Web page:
I realized I needed a therapist. I still had no idea I had PTSD, but I knew I needed treatment, and that’s actually way more important than putting a name to whatever symptoms you’re experiencing. I think I need to repeat that: Getting help is more important than getting a diagnosis.

Even though I wanted treatment right away, I was in a foreign country where no nearby therapists spoke my native language. Additionally, to be reimbursed for the cost of therapy, I would have had to tell my employer that I was seeking treatment, which I didn’t feel I could do without risking being fired. It’s an obviously flawed system, and many people who need treatment deal with similar obstacles. 

Unable to receive therapy in person, I sought help online. I went through three therapists who weren’t matches for me.* One was so excited about me living in Japan that she asked for access to my social media. She wanted to see my Instagram, which I thought was unprofessional. She asked me to take pictures of my neighborhood, even though at that time I had so much anxiety that leaving my apartment was really hard. Actually, my camera was at the bottom of a closet full of stuff I’d hidden away because it all reminded me of the Event, so asking me to take pictures triggered me. I remember thinking, I’m a real person who needs help. I’m not your vicarious vacation. I switched to another therapist. 

My first meeting with therapist #2 had to be cancelled due to technical issues. Then she didn’t show up to our second appointment. She apologized later, saying she forgot to put it in her calendar. I doubted she would do that to a new patient she was seeing in person, which told me that, like the first therapist, my problems weren’t real to her. 

The third therapist offered inspirational quotes like she was talking to a Hallmark card writer. She wanted me to pour my heart out about the Event from day one, which is not how in-person therapy would ever go. Again, because we were online, she didn’t see me as a real person.

I think it was hard, maybe especially for older therapists, to understand that just because I was seeking therapy online didn’t mean my problems were small or simply solved. And just because I was a face on their screen and not a body in their office didn’t mean I was less real than their in-person patients.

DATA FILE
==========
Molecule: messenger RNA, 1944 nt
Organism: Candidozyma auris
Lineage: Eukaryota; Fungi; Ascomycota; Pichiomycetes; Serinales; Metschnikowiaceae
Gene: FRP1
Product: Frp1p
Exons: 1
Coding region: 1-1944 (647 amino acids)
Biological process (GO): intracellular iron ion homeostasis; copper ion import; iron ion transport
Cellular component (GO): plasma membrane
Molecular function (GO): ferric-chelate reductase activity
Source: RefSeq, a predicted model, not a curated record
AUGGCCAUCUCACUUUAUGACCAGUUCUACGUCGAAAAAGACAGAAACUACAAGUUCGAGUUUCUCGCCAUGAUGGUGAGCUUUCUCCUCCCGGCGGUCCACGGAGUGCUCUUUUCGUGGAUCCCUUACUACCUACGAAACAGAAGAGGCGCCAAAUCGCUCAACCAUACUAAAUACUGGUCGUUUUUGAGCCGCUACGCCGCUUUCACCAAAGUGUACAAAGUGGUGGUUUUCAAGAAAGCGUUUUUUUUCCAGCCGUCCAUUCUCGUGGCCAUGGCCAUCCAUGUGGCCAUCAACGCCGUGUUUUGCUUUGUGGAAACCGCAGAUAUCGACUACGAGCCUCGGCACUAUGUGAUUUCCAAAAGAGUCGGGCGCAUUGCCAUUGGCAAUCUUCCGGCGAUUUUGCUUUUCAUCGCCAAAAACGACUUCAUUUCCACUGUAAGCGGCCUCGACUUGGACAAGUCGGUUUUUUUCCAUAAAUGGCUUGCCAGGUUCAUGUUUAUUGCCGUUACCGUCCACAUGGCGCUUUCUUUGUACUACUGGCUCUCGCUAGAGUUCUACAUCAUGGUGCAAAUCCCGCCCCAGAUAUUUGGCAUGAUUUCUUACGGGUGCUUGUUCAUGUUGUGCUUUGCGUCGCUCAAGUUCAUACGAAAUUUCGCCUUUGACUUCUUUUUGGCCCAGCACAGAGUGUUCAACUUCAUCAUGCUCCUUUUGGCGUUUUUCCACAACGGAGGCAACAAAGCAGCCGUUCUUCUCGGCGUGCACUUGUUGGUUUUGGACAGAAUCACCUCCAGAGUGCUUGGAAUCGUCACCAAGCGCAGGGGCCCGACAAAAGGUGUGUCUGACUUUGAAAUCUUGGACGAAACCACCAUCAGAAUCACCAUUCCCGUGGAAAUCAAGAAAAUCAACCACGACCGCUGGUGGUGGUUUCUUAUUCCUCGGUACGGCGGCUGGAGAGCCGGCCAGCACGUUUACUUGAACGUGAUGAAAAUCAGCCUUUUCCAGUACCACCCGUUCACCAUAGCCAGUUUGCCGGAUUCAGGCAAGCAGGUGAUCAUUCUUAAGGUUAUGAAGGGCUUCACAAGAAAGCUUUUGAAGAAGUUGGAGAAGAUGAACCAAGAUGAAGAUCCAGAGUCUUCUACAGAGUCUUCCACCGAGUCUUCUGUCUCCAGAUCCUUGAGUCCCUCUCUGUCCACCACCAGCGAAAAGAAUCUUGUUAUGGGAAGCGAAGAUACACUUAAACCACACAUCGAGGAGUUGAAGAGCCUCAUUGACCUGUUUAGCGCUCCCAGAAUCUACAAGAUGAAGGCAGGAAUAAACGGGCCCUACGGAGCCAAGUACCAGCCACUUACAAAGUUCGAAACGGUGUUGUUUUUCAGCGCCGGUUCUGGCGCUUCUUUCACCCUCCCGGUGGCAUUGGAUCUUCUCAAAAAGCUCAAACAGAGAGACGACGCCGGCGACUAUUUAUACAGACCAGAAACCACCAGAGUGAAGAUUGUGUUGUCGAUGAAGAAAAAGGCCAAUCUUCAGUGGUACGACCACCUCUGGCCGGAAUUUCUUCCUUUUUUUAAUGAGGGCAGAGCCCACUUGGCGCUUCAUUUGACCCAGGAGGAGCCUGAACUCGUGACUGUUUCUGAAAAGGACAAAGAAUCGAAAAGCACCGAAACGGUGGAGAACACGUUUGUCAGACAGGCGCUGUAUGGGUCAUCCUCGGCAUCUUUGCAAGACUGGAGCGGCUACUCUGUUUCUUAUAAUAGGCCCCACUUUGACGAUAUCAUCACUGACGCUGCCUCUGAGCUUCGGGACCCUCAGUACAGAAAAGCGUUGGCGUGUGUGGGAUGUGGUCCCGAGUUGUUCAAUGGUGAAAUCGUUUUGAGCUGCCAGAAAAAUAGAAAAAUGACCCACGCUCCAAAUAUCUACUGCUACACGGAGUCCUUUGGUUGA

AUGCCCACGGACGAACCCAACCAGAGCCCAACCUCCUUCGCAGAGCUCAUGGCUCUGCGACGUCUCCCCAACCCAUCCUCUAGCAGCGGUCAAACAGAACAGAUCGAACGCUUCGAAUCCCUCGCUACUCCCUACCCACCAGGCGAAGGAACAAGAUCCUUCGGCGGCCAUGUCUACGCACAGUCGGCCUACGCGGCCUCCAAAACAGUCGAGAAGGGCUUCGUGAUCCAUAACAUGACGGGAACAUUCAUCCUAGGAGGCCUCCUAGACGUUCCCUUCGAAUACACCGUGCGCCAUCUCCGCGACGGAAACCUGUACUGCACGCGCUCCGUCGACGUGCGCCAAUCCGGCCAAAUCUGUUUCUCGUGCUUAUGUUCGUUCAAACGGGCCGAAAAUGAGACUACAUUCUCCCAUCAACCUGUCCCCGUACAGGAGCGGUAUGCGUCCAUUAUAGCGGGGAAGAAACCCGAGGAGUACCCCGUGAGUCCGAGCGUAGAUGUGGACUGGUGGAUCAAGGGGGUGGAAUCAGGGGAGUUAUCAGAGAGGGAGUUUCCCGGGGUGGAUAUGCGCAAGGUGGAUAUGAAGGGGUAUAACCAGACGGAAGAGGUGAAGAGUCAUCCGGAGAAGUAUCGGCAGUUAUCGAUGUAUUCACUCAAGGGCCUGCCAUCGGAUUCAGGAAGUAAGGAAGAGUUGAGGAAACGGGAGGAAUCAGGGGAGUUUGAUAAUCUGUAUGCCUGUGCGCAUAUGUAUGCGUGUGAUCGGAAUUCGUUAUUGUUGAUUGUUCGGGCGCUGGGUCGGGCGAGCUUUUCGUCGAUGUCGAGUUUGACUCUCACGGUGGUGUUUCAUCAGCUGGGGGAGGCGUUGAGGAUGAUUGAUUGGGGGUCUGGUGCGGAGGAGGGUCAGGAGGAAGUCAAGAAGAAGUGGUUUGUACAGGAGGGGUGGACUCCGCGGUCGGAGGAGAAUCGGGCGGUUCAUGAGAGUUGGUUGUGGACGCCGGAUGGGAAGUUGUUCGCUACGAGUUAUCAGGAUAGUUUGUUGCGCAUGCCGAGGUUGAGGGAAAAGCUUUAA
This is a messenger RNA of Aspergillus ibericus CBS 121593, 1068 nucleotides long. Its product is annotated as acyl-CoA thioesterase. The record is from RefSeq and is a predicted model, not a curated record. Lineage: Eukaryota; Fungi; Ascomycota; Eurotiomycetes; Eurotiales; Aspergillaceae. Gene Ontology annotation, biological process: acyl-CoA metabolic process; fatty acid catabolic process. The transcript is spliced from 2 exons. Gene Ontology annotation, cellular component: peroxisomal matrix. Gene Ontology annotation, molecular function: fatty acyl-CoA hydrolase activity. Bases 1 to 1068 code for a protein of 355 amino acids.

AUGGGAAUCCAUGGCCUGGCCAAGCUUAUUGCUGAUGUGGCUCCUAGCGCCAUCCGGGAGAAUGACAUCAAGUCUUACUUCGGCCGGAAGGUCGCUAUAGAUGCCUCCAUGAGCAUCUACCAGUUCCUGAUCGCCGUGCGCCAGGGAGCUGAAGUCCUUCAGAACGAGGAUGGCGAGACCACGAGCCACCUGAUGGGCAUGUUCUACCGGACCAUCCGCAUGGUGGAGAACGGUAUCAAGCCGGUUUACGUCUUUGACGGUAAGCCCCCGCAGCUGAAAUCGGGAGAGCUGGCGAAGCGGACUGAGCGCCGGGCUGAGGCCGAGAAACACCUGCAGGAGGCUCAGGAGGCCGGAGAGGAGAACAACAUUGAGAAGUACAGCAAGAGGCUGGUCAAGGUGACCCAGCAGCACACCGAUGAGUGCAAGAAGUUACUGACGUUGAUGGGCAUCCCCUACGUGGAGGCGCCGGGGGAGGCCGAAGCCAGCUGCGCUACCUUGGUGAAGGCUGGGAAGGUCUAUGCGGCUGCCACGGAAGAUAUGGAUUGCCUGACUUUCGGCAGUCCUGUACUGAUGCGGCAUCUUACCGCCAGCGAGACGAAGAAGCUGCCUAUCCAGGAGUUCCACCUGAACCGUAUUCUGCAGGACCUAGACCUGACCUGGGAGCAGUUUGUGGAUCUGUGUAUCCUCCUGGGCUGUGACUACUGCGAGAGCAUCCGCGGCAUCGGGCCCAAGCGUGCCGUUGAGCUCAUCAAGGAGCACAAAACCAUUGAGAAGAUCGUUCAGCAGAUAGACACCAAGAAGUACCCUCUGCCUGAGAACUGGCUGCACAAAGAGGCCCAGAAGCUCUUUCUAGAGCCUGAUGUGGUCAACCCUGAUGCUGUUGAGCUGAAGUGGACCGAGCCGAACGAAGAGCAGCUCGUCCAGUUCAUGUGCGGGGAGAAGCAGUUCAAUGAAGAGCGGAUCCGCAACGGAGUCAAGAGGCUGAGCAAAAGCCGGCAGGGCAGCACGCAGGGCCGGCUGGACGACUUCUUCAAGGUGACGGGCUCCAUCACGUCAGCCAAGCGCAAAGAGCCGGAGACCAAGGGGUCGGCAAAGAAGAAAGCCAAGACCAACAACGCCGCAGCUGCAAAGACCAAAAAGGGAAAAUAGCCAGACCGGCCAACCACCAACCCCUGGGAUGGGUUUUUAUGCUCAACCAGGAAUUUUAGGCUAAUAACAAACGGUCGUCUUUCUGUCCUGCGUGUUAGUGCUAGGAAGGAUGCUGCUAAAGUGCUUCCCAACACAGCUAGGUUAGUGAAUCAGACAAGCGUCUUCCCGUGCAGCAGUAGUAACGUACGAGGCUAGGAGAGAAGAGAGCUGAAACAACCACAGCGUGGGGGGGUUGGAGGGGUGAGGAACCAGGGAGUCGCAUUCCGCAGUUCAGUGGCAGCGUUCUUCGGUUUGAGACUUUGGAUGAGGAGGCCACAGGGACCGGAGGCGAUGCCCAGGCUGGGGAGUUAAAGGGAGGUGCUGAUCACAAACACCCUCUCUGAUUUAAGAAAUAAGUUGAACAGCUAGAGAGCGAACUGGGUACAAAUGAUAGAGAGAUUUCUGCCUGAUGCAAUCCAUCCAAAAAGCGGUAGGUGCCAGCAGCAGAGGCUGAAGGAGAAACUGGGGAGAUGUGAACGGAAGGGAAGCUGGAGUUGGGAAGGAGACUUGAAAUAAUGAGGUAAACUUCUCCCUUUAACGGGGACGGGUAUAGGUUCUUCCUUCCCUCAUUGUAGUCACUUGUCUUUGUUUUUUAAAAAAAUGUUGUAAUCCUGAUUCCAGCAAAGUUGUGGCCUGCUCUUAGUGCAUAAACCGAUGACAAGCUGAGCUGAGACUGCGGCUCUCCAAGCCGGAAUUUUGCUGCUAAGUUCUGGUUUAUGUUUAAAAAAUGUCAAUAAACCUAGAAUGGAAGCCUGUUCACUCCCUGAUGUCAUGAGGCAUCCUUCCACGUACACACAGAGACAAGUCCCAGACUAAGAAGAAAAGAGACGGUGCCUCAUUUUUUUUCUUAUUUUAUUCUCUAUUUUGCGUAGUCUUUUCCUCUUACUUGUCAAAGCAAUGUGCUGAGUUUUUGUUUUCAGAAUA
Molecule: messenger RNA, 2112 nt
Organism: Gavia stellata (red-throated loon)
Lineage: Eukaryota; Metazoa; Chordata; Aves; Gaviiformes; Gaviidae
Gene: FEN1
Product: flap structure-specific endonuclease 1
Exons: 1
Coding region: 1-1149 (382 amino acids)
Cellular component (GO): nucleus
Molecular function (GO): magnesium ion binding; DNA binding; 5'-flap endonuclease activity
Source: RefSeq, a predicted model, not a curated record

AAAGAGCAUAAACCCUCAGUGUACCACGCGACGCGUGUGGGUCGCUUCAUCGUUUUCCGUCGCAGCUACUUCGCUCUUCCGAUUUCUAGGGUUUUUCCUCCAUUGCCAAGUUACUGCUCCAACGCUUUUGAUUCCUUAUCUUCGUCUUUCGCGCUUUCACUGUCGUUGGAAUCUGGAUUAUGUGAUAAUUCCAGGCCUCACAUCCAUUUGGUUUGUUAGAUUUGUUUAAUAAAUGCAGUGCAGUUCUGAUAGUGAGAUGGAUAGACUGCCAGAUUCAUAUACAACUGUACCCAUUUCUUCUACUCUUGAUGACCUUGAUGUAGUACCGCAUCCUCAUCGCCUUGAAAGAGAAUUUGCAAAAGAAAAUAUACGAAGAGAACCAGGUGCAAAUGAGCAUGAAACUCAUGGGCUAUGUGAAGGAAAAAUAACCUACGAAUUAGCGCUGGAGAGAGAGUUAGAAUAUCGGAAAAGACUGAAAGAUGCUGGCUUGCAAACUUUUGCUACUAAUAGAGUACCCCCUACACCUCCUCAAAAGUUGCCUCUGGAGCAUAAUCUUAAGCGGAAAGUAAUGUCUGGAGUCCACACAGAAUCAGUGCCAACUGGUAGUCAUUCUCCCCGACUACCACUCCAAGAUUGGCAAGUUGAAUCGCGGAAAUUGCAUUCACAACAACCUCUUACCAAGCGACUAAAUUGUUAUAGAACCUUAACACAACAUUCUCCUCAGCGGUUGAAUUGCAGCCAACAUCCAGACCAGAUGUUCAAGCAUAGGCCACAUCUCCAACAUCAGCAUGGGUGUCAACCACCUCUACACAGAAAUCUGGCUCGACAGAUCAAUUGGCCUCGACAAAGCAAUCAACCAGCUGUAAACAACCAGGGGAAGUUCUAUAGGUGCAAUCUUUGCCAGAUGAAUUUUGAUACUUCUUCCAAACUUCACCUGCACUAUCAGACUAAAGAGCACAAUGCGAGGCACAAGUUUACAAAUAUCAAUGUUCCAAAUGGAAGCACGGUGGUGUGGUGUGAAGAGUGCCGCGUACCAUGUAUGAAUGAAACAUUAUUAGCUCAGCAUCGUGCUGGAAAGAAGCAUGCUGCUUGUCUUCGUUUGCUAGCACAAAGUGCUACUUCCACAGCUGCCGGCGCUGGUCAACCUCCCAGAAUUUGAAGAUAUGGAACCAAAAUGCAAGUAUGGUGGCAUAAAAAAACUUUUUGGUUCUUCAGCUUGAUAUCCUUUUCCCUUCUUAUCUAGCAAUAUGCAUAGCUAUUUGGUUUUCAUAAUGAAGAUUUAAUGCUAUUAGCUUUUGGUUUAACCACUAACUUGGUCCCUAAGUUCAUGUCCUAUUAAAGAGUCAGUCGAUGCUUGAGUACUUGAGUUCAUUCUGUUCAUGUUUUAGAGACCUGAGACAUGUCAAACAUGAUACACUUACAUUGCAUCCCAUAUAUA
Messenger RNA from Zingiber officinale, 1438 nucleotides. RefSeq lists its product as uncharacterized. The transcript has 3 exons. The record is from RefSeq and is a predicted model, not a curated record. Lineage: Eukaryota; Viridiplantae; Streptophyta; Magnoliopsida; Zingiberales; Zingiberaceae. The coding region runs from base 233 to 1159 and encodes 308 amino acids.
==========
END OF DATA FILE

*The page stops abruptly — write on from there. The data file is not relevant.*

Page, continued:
Even though I’m summing this up in paragraphs, it was a painful, two-month-long process. It was so hard to prepare to talk about the Event. I would fight through rising panic attacks to make sure I could meet with my therapist, so when therapists didn’t show, or wanted to see Instagram pictures instead of help me, I was left with no way to release that built up energy. I could only cope with it by sobbing alone for hours. Every single time I had a failed session, I bawled. My symptoms got worse, exacerbated by the carelessness of licensed professionals. I needed help so desperately, and I was reaching out, but I wasn’t getting it.

Fourth time’s the charm. A couple months after first reading Turtles All the Way Down, I found the one who “got” me. She has never shown any kind of curiosity about Japan, because she gets that that’s not the point of my therapy. She helps patients from around the world and doesn’t get stuck on cultural differences. She has never missed an appointment. I saw a great therapist in high school, and my new therapist’s sessions feel pretty much identical to the ones I had years ago. 

It actually took me months after she diagnosed me with PTSD for me to accept I had it. In that time, my therapy didn’t stop, nor was it centered on me “accepting” that I had PTSD. When I voiced my belief that I couldn’t possibly have PTSD because “I was never in a war,” she accepted my preconceived notion with grace and continued her treatment plan.

Finally accepting that I had PTSD wasn’t the climax of a linear narrative. It was just a gradual acceptance that came with understanding my own symptoms better, internalizing parts of my therapist’s unwavering attitude of non-judgment, and realizing that her treatment plan, made for victims of trauma, was working for me. Really, the PTSD label was just semantics. It’s nice that I recognize I have PTSD, because it means I can write this post, but even if I didn’t, I would still be receiving appropriate treatment and benefiting from it. That’s why getting therapy, if you realize you might need it, is so important. The diagnosis isn’t a label you need to internalize and come to terms with; it’s an arrow that guides your therapist to the best plan to help you with your symptoms.